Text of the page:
Apologetics, Archaeology, Bible, Main, z107
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A 2,000 year old skeleton discovered showing evidence of crucifixion


Raising of the cross by Peter Paul Ruben (1577-1640) Credit: Wikipedia

Raising of the cross by Peter Paul Ruben (1577-1640) Credit: Wikipedia

Though the Bible and several other ancient historical documents talk about crucifixion as a brutal form of Roman execution, there has been very little archaeological evidence found of this ancient practice.

However, a group of Italian researchers discovered that a skeleton of man uncovered in Northern Italy in 2007 was probably crucified.

If this proves correct, it will be only the second example found revealing the brutal form of punishment used by the Romans to execute criminals.

The first one was found in 1968 while excavating a Jerusalem cemetery connected  with the second Jewish temple (2 BC t0 70 Ad). In an ossuary used to store the bones of the deceased, they discovered a man with a nail in his heel. There was also a fragment from the olive tree used for the cross attached to the nail.

Because the metal nails were so valuable, the Roman typically pulled them out after the person had died. This is part of the reason, it is difficult to determine if a person was crucified. In this case, the nail bent making it difficult to remove.

A family member had scratched the man’s name, Jehohanan, the son of Hagakol, on the outside of the ossuary. He was between 20-24 years of age and both of his legs were broken.

If the Romans typically used Olive trees for crucifixion, the crosses would not have been very high off the ground. Most would have been eye level.

According to the study reported in Archaeological and Anthropological Sciences, during an 2007 infrastructure construction in the municipality of Gavello, workers discovered the remains of a 30-34 year old male.

The research team examined the skeleton using a 3D scanner at the University of Siena and found a hole that passed completely through the right heel indicating crucifixion.

Contrary to many paintings, the nails were not pounded through the front of the feet. They were twisted sideways so the side of the heel was flat to the wood. They then placed one heel on top of the other and pounded a nail through the back heel bones of both feet into the wood.

The other method was having both of the person’s feet twisted outward so the sides of both heels were similarly flat to the wood and then nailed to the cross individually or they nailed the feet on the out sides of the cross. Historical documents show the Romans used a variety of methods.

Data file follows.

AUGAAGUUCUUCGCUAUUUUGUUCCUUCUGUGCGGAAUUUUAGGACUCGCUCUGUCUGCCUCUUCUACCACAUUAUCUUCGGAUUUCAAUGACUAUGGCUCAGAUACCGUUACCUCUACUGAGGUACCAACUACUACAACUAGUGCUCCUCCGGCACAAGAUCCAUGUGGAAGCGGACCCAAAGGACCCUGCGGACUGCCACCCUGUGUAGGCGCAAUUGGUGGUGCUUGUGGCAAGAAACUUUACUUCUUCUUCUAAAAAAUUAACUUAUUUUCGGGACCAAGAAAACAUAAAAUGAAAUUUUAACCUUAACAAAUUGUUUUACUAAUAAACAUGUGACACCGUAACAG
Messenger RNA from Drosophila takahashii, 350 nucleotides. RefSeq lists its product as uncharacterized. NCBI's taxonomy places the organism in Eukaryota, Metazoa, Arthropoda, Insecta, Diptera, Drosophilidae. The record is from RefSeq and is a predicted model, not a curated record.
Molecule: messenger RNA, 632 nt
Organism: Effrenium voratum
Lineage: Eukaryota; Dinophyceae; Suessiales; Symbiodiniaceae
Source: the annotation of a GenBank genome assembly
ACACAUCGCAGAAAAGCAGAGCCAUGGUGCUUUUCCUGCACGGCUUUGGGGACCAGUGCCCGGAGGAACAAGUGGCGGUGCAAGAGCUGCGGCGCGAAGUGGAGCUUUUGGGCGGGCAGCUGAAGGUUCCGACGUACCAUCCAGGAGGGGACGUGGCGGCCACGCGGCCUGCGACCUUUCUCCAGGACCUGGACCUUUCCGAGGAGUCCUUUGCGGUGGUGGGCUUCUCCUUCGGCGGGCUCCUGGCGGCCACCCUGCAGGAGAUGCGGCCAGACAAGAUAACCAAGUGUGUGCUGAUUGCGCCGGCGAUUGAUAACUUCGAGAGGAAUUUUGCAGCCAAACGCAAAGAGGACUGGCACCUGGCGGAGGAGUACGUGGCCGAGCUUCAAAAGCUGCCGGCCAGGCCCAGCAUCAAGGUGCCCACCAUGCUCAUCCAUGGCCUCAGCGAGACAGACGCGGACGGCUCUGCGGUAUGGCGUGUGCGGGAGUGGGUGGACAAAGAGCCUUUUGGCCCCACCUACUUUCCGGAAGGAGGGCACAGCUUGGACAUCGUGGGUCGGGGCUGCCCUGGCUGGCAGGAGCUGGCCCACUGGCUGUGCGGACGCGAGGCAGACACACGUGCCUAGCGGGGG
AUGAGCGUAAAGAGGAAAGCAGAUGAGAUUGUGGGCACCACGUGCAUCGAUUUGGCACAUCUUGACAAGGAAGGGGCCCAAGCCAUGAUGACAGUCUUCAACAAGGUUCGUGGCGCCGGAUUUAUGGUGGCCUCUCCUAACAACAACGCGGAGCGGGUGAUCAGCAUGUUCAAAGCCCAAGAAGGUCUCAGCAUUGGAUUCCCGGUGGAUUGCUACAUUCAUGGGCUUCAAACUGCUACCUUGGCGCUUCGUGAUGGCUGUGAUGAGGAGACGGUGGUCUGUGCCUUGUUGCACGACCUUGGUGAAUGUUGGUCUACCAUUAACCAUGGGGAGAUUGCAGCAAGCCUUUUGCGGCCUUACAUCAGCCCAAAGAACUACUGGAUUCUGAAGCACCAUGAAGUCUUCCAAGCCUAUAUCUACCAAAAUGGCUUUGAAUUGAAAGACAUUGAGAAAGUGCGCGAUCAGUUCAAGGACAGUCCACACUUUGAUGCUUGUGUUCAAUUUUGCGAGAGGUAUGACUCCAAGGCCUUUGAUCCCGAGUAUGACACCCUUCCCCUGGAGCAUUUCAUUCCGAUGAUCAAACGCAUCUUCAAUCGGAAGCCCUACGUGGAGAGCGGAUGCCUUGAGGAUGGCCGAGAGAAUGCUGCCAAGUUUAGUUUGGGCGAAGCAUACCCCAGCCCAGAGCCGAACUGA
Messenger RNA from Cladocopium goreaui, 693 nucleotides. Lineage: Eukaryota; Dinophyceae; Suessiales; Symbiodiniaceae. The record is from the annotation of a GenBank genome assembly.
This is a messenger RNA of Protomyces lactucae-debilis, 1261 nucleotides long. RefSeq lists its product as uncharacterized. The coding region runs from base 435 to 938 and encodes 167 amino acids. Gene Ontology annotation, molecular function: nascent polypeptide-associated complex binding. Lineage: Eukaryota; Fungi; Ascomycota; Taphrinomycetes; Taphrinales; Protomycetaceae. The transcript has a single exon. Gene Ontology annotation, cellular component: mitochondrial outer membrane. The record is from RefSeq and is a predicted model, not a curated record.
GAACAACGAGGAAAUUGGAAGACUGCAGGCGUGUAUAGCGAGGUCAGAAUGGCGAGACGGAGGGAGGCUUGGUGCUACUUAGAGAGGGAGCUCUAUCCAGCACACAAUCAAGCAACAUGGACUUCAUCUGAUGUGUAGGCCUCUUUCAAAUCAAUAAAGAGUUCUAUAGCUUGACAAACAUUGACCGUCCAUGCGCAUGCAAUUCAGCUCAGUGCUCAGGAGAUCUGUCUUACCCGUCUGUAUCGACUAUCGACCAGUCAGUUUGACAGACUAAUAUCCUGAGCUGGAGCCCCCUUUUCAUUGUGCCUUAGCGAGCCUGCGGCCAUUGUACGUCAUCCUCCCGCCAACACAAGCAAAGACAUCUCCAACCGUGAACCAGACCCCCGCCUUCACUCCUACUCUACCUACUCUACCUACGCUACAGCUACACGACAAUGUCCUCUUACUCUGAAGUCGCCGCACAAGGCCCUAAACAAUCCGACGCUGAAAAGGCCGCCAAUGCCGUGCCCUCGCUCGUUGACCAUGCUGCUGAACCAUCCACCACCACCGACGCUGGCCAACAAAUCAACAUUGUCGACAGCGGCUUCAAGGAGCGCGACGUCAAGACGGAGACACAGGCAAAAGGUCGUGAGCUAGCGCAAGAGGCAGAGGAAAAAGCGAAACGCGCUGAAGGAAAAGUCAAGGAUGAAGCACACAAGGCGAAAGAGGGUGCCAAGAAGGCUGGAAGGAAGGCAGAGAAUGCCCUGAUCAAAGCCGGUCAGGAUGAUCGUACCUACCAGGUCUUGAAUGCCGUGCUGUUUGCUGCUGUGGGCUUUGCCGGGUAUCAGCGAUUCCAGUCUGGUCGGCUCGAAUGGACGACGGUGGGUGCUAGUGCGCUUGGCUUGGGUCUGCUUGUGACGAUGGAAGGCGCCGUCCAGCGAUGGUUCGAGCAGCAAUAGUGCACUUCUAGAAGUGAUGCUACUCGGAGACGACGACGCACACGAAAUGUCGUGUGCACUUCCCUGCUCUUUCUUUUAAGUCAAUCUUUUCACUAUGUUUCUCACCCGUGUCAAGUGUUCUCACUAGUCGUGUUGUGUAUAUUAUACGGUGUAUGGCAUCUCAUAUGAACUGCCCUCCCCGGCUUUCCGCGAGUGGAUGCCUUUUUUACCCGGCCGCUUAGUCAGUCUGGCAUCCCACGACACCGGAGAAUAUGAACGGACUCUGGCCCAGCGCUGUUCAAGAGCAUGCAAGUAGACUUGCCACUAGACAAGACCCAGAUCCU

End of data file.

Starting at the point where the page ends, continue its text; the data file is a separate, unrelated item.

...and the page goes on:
The hands were either nailed to the cross through the wrists or tied by rope. In ancient times, people considered the wrists as part of the hands. We know in Jesus’s case nails were used for the feet and hands.

In the case of the Italian man, he was not buried in a cemetery or with grave goods suggesting he was rejected in death as he was in life. There was also evidence of torture before execution. Based on the pottery shards found during the excavation, the man was executed 2,000 years ago.

The crucifixion was a torturous form of punishment and it could take up to four days for a person to die, often from asphyxiation. When the person was hung with his arms stretched out, it would eventually result in a paralysis in the chest muscles making it impossible to breathe.

The only way a person could get air was to push down with his feet on the bottom nail to lift his body up resulting in excruciating pain. Having breathed, the person would slump down, and hang from the nails in his wrists. Sleep would be almost impossible under these circumstances.

This process would repeat itself until the person no longer had the strength to push himself up with his legs. When the Romans wanted to hasten death they would break the legs of the person being crucified:

31 Then the Jews, because it was the day of preparation, so that the bodies would not remain on the cross on the Sabbath (for that Sabbath was a high day), asked Pilate that their legs might be broken, and that they might be taken away. 32 So the soldiers came, and broke the legs of the first man and of the other who was crucified with Him; (John 19:31-32 NIV)

If the Romans were in a particularly brutal mood they would fashion a seat so the person could sit, prolonging the death. Sometimes the seats were shaped in the form of a horn so they would eventually cut into the lower part of the body.

The Romans were not the first to invent crucifixion, both the Assyrians and the Phoenicians used it. Records were also found of King Darius I of Persia executing 3,000 political opponents in 519 BC. The Romans used crucifixion as a way of executing its worst or most marginalized criminals. It was used until Rome’s first Christian emperor Constantine (306 t0 337 AD) banned it.

Sources:

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